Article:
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A new form of table tennis has arrived, Table Tennis X. But what is TTX and how do you play?
What is TTX?
TTX is designed so you can play literally anywhere with a table. Featuring a bigger ball than used in traditional table tennis, and simplified rackets with less spin, TTX is suitable for outside conditions.
‘Winners’ will see players earn 2 points instead of 1 if they return or serve a ball the opponent doesn’t touch, while once a set a players can call for a ‘wildcard’ which will result in 2 points if they win the subsequent play. The ‘wildcard X winner’ rule will see the player receive 4 points if a ‘winner’ on the ‘wildcard’ ball is scored.
Next Generation Table Tennis
ITTF President Thomas Weikert believes that TTX is the perfect stepping stone for a younger generation to fall in love with the sport, “This is the table tennis revolution that the world has been waiting for. TTX is for the young and young at heart and takes table tennis to you, instead of you having to come to table tennis.” Mr Weikert added, “The ITTF believes that this can perfectly complement our professional table tennis game, as it connects the hobby player that plays with their mates at home to a viable competition format which is designed around having fun. Pick up your bat and go play some TTX.”
Former World No.1 Jean-Michel Saive, who played against the ITTF President at the TTX launch event, enjoyed the new form of table tennis, “It was fun, so difficult when I tried to smash the ball”
Copy and video taken from www.new.ittf.com
Table tennis is a sport which requires quick reactions, strategic thinking and persistence. It is unique in that it is a sport that everyone can play. Requiring a minimum of equipment, it is easily adapted to any social setting.
Table Tennis provides opportunities that otherwise would not have existed, especially in countries which have suffered conflict. On all continents, Table Tennis has been used to rehabilitate, engage with youth in a constructive way and provide fitness, fun and a social outlet. Table Tennis is a particularly suitable sport to empower young women and girls given that it is an enjoyable sport, easy to learn and play and does not depend on physical strength. Table Tennis is a sport which can be played from a young age, in teams or individually and which can transcend political, gender, religious, and cultural boundaries. With the role of a coach essential to ensure correct technique, Table Tennis is particularly adapted to being played in school halls and sheltered environments with a coach guiding and instructing his students.
The role of coach as “role model” and “leader” in this environment encourages constructive and open relationships within the community hence contributing to the achievement of development objectives such as empowerment of women, rehabilitation following trauma, confidence building, discipline, respect and fair play.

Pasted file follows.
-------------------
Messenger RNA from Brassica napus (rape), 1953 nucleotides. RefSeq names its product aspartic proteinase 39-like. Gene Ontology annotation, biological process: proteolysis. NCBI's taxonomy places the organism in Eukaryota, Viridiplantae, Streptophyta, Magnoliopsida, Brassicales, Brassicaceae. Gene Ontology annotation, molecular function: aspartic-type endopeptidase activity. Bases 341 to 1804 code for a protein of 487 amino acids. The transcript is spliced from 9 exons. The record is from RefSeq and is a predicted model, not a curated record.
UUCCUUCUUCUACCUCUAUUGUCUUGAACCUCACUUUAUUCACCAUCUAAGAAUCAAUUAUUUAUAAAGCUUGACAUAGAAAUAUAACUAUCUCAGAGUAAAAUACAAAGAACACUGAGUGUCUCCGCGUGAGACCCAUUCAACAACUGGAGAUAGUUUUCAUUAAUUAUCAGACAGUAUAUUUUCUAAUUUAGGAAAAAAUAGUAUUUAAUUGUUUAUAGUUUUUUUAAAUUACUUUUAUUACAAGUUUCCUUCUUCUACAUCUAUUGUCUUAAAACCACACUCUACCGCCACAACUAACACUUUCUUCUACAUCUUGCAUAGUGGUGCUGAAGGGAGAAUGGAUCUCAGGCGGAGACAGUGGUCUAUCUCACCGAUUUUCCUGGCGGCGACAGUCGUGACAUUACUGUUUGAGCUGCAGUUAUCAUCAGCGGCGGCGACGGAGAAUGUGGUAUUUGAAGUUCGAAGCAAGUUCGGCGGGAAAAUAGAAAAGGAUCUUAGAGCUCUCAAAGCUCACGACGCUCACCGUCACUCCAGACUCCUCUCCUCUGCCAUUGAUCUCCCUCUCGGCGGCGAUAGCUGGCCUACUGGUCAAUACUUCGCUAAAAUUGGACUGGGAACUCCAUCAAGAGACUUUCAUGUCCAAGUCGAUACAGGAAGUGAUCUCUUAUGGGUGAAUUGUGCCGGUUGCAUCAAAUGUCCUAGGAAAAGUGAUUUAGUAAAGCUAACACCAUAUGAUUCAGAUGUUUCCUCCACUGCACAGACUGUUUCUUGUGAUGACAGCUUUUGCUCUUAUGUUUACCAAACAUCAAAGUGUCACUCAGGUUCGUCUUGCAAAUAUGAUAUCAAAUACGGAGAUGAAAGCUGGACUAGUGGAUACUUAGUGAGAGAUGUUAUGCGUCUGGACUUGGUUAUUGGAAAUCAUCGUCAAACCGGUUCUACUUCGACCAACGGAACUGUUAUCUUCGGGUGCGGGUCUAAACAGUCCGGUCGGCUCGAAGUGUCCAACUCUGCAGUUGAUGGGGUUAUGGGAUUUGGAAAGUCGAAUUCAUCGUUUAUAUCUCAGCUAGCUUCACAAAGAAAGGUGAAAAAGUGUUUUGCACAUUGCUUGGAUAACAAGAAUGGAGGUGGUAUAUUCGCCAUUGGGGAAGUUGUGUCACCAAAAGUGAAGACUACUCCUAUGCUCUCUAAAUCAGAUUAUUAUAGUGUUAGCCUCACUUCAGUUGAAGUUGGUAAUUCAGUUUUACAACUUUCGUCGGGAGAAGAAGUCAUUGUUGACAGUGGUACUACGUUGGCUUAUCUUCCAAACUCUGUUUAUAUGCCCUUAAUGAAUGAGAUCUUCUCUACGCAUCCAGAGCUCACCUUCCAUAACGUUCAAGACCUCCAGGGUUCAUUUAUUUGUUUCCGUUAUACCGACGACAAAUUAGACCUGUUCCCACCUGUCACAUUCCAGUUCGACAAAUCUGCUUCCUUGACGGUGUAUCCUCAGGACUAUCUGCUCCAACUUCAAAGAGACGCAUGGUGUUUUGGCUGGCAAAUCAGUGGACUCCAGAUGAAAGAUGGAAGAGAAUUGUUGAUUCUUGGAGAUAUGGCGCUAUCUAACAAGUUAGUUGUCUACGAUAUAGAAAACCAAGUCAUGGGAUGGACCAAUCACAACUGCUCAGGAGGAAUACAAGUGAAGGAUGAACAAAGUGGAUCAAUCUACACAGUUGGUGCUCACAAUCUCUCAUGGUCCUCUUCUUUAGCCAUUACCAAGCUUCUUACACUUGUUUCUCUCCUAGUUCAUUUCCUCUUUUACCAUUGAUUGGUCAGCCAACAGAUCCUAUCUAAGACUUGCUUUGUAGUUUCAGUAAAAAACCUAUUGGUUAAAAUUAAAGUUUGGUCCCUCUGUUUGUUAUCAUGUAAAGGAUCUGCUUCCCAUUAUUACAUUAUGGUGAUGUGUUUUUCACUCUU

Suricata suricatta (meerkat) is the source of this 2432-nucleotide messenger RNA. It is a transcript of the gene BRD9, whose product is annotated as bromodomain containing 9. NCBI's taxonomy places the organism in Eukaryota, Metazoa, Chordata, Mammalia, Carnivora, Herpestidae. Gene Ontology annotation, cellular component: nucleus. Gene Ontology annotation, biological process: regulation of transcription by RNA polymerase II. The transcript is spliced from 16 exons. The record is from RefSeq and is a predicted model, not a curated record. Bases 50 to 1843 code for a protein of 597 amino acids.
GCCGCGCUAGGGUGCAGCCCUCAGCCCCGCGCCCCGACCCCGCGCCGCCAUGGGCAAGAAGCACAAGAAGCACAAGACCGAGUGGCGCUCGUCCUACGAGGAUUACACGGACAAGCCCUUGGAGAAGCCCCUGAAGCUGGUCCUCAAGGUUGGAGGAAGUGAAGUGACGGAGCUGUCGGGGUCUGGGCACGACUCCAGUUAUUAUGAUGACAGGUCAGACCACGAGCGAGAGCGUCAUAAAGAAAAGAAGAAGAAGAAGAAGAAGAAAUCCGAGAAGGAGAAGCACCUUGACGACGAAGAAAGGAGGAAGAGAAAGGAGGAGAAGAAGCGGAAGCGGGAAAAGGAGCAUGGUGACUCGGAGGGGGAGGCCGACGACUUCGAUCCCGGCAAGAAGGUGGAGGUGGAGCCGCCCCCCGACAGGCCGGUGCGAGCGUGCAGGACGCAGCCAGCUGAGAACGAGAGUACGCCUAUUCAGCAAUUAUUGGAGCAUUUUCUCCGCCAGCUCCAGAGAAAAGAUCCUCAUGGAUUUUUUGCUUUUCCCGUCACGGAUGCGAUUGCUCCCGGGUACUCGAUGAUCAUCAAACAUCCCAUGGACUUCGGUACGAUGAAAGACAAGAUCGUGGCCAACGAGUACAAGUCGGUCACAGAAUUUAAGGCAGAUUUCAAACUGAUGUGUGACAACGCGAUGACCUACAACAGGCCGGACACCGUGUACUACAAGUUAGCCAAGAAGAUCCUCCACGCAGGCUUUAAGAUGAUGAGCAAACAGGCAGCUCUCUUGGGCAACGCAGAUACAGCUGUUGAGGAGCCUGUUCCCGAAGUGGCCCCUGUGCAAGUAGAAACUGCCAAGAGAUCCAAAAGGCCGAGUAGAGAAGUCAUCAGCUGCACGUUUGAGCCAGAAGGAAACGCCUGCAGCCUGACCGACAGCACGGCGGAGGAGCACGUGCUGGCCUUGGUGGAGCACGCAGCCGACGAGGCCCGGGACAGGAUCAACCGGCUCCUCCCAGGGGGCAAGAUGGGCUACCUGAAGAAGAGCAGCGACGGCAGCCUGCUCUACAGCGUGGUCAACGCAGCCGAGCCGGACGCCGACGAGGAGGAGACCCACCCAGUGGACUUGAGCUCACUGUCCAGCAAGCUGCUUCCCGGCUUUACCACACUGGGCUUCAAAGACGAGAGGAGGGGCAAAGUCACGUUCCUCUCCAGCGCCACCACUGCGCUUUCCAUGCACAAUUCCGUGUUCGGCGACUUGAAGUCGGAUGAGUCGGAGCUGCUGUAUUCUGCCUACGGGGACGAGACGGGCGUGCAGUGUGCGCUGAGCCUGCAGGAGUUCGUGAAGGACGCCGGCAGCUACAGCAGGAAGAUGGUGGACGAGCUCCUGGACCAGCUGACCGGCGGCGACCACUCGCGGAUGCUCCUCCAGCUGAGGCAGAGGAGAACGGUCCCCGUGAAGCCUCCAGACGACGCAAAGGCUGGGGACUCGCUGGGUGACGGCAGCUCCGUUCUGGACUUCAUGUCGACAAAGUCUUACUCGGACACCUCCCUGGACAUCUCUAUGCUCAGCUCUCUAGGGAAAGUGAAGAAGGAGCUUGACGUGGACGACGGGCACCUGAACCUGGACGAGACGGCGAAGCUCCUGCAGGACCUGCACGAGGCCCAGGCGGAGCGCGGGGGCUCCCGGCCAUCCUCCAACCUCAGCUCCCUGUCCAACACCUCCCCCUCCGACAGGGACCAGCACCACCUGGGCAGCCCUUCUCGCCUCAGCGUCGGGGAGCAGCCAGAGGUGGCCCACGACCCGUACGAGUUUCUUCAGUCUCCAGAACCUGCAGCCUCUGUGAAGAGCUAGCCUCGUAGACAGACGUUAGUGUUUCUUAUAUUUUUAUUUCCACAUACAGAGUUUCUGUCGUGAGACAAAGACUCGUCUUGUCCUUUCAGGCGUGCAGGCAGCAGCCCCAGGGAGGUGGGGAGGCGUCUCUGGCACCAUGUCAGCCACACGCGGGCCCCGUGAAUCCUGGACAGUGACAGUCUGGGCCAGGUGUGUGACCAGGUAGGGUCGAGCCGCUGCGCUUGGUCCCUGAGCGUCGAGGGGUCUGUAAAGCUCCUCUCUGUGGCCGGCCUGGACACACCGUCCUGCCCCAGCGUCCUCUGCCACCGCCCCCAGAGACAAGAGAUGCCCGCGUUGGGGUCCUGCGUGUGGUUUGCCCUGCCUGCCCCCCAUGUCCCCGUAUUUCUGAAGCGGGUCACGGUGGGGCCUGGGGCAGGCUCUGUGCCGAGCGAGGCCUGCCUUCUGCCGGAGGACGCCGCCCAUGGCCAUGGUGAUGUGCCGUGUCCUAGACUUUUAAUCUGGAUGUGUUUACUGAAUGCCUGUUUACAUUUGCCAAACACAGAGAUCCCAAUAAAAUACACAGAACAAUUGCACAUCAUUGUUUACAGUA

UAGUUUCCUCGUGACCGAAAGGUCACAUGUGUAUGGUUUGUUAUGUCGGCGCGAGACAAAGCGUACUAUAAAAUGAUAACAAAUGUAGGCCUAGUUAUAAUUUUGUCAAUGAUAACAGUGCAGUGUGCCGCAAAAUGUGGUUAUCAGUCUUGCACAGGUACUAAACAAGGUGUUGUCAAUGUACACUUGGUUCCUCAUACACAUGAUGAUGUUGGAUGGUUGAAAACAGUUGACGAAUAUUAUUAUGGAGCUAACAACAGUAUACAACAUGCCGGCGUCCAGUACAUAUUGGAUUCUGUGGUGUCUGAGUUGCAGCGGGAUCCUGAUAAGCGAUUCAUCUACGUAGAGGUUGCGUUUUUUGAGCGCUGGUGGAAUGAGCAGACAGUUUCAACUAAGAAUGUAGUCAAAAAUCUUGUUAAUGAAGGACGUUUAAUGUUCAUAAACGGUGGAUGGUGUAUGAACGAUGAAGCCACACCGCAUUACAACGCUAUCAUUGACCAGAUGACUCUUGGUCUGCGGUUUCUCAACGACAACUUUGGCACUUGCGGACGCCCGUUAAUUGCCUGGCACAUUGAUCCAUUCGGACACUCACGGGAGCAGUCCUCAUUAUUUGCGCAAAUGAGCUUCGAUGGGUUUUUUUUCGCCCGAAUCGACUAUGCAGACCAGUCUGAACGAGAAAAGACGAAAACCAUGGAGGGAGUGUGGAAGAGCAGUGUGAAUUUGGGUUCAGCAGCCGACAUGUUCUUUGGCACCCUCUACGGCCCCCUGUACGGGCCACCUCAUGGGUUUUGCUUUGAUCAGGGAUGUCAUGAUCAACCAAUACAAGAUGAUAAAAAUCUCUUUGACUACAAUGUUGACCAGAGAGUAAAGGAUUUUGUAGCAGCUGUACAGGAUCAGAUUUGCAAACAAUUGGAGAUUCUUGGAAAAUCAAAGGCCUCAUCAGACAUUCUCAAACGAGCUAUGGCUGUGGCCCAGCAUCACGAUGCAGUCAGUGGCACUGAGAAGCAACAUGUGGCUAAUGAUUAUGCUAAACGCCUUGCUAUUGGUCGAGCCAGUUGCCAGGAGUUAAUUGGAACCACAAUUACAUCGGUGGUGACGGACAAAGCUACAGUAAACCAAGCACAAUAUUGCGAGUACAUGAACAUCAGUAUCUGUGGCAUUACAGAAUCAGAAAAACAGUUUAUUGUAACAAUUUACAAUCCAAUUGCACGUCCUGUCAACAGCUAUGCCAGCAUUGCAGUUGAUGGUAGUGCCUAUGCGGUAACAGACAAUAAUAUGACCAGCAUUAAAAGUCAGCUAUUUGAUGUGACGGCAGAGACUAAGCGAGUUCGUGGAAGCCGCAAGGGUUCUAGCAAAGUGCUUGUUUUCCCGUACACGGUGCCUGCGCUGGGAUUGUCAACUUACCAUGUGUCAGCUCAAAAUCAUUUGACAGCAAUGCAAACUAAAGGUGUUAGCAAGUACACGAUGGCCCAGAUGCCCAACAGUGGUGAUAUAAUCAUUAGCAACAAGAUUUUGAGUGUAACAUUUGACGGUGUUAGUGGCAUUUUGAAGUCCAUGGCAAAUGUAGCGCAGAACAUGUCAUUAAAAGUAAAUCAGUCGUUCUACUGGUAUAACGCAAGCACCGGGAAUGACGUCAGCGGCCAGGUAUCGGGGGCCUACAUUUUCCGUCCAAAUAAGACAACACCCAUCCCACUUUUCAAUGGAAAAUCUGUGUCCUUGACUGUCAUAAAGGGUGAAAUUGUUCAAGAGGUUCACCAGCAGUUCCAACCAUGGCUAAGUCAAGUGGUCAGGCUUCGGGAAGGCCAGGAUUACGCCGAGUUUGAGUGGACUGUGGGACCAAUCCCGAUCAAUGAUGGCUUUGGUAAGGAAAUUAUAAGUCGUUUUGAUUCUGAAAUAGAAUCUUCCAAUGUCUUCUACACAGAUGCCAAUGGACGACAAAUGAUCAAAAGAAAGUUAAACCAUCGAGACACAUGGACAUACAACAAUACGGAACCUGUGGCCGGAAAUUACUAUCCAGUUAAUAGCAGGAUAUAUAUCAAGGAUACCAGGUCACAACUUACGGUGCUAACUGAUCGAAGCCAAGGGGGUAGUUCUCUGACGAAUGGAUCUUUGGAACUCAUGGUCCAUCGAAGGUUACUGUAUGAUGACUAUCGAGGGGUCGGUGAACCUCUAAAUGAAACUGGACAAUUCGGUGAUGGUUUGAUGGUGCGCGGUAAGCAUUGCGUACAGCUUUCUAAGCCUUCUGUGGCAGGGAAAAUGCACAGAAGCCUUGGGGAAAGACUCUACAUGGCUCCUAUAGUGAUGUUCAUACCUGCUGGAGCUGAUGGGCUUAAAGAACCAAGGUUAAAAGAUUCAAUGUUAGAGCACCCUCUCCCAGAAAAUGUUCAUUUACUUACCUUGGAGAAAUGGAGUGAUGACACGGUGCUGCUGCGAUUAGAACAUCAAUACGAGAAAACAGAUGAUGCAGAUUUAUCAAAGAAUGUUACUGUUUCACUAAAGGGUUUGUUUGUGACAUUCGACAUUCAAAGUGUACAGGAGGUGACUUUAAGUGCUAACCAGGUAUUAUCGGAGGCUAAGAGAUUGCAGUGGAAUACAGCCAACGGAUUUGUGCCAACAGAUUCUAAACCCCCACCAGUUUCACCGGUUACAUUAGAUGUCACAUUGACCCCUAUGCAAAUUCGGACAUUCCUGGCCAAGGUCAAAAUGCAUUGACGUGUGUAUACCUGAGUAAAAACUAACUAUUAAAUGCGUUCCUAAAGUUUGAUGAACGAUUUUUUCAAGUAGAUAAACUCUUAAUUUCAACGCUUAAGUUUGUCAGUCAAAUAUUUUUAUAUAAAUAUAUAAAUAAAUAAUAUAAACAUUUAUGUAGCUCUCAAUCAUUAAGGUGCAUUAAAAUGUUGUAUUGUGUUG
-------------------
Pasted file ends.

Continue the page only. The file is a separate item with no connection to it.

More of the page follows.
To which groups is Table Tennis best suited?
Table Tennis is suited to all age groups due to the fact that it is easy to learn and does not require physical strength. It is particularly suited to those wishing to develop strategic thinking and quick reactions.
Which actors use Table Tennis in their projects and how?
Table tennis is used by numerous actors around the world to help achieve development goals. The International Table Tennis Federation (ITTF) is a leader in promoting table tennis as a tool to breaking down social barriers. The United Nations, local and international non-governmental and governmental development organisations are using Table Tennis for development and peace-building purposes.
The ITTF is the governing body of table tennis whose development motto is “every table is a table tennis table” making accessibility at the grassroots level achievable in all settings. The ITTF has always been a proactive leader in its promotion of sport as a vehicle for social change and is currently aiming to address each Millennium Development Goal with a table tennis project.
In 1999, ITTF initiated a pilot development project in Oceania which was expanded to all continents in 2002. Approximately 100 courses are conducted worldwide every year and equipment assistance provided to over 30 countries annually.
The ITTF was one of the first sports federations to recognise South Africa, East Timor and one of the first to conduct courses in post-war Afghanistan. It has also conducted courses and provided equipment in Iraq in 2007-2008. As far back as the 1970s, ‘ping-pong diplomacy’ was created between the United States and the People’s Republic of China, which set the stage for the resumption of diplomatic ties between the two countries.
Today the motto ‘breaking down barriers with Table Tennis balls’ is used to guide the ITTF’s Development Programme, which spans initiatives in Egypt, Uganda, Peru, Sri Lanka, Thailand, the Maldives, Sierra Leone, Rwanda, Somalia, Congo, Democratic Republic of Congo, Côte d’Ivoire, among others.
The ITTF’s Goodwill Fund was established in 2006 with the purpose of facilitating an ongoing funding source for development projects. The Fund currently supports projects in Kosovo, the Solomon Islands and in Kenya.
Copy and images taken from www.sportanddev.org